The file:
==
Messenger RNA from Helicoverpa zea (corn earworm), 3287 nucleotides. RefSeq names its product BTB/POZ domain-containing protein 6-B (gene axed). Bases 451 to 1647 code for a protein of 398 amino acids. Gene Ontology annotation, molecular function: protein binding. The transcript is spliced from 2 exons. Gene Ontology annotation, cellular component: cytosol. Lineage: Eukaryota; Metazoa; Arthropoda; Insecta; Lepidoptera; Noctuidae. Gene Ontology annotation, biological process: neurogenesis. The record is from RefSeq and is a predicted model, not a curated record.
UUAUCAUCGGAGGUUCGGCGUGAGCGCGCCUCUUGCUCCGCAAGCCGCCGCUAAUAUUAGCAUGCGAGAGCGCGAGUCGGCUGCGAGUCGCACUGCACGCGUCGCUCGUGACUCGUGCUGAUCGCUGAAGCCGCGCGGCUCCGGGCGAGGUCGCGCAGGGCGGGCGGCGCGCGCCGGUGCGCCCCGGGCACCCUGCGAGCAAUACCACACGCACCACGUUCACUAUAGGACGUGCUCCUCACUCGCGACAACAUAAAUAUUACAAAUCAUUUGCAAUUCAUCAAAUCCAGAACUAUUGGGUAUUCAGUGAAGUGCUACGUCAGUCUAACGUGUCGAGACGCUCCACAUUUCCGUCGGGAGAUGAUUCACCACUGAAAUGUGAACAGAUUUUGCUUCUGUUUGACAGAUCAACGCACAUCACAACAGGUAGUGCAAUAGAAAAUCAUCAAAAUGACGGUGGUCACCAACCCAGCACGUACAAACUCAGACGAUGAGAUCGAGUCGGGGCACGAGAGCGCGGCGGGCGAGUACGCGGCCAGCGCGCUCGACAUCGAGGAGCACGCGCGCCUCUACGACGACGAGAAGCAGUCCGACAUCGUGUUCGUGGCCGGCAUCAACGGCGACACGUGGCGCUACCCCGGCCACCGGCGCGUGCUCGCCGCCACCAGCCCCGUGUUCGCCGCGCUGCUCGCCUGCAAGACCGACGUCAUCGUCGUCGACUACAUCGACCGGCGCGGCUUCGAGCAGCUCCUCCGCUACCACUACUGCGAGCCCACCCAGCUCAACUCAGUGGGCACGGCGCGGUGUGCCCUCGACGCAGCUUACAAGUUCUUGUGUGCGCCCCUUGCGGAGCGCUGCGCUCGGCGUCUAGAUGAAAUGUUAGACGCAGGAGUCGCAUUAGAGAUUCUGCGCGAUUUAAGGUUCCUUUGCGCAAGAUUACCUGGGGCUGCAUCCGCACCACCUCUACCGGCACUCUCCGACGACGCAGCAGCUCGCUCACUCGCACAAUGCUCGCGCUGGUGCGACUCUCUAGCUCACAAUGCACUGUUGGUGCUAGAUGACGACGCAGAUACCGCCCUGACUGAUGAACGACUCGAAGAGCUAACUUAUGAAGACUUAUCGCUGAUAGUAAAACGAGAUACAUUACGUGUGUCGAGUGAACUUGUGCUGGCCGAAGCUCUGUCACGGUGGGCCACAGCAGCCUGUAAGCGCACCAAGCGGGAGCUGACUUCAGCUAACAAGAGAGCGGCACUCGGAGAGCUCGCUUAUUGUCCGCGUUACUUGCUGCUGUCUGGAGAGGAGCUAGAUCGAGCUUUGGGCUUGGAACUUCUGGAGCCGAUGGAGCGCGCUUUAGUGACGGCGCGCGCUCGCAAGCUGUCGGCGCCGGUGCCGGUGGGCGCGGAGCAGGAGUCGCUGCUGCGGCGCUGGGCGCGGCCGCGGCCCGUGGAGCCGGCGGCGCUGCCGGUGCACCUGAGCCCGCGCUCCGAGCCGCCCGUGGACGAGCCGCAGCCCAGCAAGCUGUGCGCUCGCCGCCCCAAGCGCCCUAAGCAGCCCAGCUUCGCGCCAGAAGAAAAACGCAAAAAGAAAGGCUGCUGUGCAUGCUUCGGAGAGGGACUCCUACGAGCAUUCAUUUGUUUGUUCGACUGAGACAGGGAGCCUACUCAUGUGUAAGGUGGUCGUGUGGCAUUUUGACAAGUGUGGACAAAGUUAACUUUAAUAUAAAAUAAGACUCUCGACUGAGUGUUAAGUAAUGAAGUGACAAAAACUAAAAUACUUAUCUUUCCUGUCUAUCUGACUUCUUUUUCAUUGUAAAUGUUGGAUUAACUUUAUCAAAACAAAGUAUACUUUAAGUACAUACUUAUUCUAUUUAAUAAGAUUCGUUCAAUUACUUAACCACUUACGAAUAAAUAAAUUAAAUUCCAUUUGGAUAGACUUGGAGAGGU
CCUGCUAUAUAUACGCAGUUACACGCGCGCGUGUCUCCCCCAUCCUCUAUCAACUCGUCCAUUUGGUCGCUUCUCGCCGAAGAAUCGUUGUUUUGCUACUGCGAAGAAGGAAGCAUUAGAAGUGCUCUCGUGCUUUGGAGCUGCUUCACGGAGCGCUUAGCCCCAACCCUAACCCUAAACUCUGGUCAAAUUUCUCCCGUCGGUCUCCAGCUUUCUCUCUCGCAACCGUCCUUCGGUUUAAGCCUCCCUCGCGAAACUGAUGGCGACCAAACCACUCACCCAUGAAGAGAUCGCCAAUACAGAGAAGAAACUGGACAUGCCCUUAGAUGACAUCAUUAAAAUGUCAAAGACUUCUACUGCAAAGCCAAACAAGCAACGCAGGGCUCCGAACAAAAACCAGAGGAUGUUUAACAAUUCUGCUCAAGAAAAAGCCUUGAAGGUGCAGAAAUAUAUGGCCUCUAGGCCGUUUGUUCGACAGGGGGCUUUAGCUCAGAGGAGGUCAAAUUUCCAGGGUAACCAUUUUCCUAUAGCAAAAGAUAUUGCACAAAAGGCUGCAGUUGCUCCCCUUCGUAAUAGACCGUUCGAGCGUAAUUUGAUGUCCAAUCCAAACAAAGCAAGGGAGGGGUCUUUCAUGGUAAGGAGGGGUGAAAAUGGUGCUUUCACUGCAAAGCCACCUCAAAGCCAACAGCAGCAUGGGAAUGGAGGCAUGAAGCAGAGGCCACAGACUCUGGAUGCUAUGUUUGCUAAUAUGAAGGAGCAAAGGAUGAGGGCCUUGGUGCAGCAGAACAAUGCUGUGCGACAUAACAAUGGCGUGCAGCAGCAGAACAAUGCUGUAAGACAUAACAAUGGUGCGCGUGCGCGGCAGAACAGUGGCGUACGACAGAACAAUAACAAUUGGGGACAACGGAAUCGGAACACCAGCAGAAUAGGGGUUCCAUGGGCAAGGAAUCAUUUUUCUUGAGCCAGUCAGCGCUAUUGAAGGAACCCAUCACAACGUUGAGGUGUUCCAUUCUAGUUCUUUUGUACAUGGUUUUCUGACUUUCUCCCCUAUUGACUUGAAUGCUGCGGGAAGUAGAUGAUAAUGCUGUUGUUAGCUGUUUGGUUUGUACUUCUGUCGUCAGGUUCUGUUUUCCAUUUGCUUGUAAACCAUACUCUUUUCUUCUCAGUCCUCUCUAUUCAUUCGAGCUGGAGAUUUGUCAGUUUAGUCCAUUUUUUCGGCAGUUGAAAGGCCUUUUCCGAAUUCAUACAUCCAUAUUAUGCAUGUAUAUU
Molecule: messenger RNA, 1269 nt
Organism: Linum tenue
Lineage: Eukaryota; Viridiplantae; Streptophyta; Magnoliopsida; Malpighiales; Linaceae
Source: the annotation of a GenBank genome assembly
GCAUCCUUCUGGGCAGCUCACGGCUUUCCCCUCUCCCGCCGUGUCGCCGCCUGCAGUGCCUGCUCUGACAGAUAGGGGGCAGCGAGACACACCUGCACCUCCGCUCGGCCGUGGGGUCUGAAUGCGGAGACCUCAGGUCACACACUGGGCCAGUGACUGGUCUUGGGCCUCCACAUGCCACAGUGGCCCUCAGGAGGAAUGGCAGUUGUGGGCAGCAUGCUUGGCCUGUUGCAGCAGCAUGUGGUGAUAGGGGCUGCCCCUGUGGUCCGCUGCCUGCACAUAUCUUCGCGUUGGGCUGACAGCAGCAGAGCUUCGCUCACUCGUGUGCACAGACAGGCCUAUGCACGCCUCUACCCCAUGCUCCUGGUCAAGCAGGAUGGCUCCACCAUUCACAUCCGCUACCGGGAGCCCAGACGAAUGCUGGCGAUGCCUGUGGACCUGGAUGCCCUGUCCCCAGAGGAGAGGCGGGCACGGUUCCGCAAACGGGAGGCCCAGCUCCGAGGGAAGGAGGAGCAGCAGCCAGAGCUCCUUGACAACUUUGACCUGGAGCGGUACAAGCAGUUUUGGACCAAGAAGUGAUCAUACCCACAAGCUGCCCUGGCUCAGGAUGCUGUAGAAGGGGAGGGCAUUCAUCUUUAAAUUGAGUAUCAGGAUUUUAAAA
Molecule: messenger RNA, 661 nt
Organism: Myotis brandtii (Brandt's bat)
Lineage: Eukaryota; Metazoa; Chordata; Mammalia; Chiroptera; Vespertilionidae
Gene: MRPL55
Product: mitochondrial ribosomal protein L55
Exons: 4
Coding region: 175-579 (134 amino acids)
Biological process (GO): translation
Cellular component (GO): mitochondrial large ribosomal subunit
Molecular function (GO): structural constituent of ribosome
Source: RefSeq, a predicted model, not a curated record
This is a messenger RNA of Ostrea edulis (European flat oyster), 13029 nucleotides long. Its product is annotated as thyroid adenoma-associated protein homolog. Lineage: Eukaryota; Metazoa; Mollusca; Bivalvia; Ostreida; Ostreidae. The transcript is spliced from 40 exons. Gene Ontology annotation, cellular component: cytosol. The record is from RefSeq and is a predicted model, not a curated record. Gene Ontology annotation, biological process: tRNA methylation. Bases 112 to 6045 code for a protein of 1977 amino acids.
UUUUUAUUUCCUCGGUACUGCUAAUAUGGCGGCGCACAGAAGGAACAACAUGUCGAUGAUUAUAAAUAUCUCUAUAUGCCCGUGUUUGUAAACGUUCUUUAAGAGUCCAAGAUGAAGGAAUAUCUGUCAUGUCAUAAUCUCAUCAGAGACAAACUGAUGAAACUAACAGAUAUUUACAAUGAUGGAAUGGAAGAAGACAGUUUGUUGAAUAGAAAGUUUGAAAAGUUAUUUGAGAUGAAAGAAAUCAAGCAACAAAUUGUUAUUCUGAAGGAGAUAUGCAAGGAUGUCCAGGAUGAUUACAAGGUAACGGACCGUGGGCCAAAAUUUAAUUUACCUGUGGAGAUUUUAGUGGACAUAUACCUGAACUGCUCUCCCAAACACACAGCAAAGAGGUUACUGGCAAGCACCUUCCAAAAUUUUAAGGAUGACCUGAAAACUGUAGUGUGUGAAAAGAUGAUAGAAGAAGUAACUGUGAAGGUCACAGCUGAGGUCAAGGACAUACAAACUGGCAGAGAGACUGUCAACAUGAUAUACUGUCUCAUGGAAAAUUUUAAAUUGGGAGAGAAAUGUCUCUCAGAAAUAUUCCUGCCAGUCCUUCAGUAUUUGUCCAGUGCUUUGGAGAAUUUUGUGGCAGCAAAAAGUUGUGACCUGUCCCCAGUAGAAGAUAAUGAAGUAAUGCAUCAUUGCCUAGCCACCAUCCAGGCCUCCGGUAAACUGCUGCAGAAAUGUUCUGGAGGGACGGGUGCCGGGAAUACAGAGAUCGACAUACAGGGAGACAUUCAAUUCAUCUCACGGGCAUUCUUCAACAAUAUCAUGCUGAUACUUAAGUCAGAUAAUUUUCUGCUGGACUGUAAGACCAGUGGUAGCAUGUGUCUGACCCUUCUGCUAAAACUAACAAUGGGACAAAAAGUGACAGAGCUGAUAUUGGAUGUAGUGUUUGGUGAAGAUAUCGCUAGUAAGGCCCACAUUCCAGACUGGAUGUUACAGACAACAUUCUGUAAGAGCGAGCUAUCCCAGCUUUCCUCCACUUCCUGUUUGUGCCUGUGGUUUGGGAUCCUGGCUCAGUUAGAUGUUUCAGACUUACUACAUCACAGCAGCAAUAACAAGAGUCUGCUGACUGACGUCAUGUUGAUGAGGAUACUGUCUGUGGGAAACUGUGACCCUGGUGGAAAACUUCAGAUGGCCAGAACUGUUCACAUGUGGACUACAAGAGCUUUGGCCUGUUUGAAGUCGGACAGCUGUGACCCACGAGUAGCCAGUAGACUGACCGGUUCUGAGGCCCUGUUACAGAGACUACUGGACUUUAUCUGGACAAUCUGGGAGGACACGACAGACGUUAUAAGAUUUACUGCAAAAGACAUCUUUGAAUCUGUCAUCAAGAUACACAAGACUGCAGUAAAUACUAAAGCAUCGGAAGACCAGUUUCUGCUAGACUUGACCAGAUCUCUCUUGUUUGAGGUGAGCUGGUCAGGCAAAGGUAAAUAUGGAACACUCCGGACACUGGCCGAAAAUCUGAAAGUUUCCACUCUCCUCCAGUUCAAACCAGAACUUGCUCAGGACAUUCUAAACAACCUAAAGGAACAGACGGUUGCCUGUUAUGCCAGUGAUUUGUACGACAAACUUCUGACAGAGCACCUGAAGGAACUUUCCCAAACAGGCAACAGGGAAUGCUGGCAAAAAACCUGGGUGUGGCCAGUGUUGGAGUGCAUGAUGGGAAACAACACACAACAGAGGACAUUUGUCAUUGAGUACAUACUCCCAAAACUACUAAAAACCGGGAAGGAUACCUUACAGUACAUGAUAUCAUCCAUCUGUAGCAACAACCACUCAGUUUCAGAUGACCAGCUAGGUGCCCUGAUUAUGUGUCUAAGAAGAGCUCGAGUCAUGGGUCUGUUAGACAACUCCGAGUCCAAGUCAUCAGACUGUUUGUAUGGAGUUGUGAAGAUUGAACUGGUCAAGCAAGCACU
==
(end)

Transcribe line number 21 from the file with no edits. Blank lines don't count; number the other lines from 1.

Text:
UUUUUAUUUCCUCGGUACUGCUAAUAUGGCGGCGCACAGAAGGAACAACAUGUCGAUGAUUAUAAAUAUCUCUAUAUGCCCGUGUUUGUAAACGUUCUUUAAGAGUCCAAGAUGAAGGAAUAUCUGUCAUGUCAUAAUCUCAUCAGAGACAAACUGAUGAAACUAACAGAUAUUUACAAUGAUGGAAUGGAAGAAGACAGUUUGUUGAAUAGAAAGUUUGAAAAGUUAUUUGAGAUGAAAGAAAUCAAGCAACAAAUUGUUAUUCUGAAGGAGAUAUGCAAGGAUGUCCAGGAUGAUUACAAGGUAACGGACCGUGGGCCAAAAUUUAAUUUACCUGUGGAGAUUUUAGUGGACAUAUACCUGAACUGCUCUCCCAAACACACAGCAAAGAGGUUACUGGCAAGCACCUUCCAAAAUUUUAAGGAUGACCUGAAAACUGUAGUGUGUGAAAAGAUGAUAGAAGAAGUAACUGUGAAGGUCACAGCUGAGGUCAAGGACAUACAAACUGGCAGAGAGACUGUCAACAUGAUAUACUGUCUCAUGGAAAAUUUUAAAUUGGGAGAGAAAUGUCUCUCAGAAAUAUUCCUGCCAGUCCUUCAGUAUUUGUCCAGUGCUUUGGAGAAUUUUGUGGCAGCAAAAAGUUGUGACCUGUCCCCAGUAGAAGAUAAUGAAGUAAUGCAUCAUUGCCUAGCCACCAUCCAGGCCUCCGGUAAACUGCUGCAGAAAUGUUCUGGAGGGACGGGUGCCGGGAAUACAGAGAUCGACAUACAGGGAGACAUUCAAUUCAUCUCACGGGCAUUCUUCAACAAUAUCAUGCUGAUACUUAAGUCAGAUAAUUUUCUGCUGGACUGUAAGACCAGUGGUAGCAUGUGUCUGACCCUUCUGCUAAAACUAACAAUGGGACAAAAAGUGACAGAGCUGAUAUUGGAUGUAGUGUUUGGUGAAGAUAUCGCUAGUAAGGCCCACAUUCCAGACUGGAUGUUACAGACAACAUUCUGUAAGAGCGAGCUAUCCCAGCUUUCCUCCACUUCCUGUUUGUGCCUGUGGUUUGGGAUCCUGGCUCAGUUAGAUGUUUCAGACUUACUACAUCACAGCAGCAAUAACAAGAGUCUGCUGACUGACGUCAUGUUGAUGAGGAUACUGUCUGUGGGAAACUGUGACCCUGGUGGAAAACUUCAGAUGGCCAGAACUGUUCACAUGUGGACUACAAGAGCUUUGGCCUGUUUGAAGUCGGACAGCUGUGACCCACGAGUAGCCAGUAGACUGACCGGUUCUGAGGCCCUGUUACAGAGACUACUGGACUUUAUCUGGACAAUCUGGGAGGACACGACAGACGUUAUAAGAUUUACUGCAAAAGACAUCUUUGAAUCUGUCAUCAAGAUACACAAGACUGCAGUAAAUACUAAAGCAUCGGAAGACCAGUUUCUGCUAGACUUGACCAGAUCUCUCUUGUUUGAGGUGAGCUGGUCAGGCAAAGGUAAAUAUGGAACACUCCGGACACUGGCCGAAAAUCUGAAAGUUUCCACUCUCCUCCAGUUCAAACCAGAACUUGCUCAGGACAUUCUAAACAACCUAAAGGAACAGACGGUUGCCUGUUAUGCCAGUGAUUUGUACGACAAACUUCUGACAGAGCACCUGAAGGAACUUUCCCAAACAGGCAACAGGGAAUGCUGGCAAAAAACCUGGGUGUGGCCAGUGUUGGAGUGCAUGAUGGGAAACAACACACAACAGAGGACAUUUGUCAUUGAGUACAUACUCCCAAAACUACUAAAAACCGGGAAGGAUACCUUACAGUACAUGAUAUCAUCCAUCUGUAGCAACAACCACUCAGUUUCAGAUGACCAGCUAGGUGCCCUGAUUAUGUGUCUAAGAAGAGCUCGAGUCAUGGGUCUGUUAGACAACUCCGAGUCCAAGUCAUCAGACUGUUUGUAUGGAGUUGUGAAGAUUGAACUGGUCAAGCAAGCACU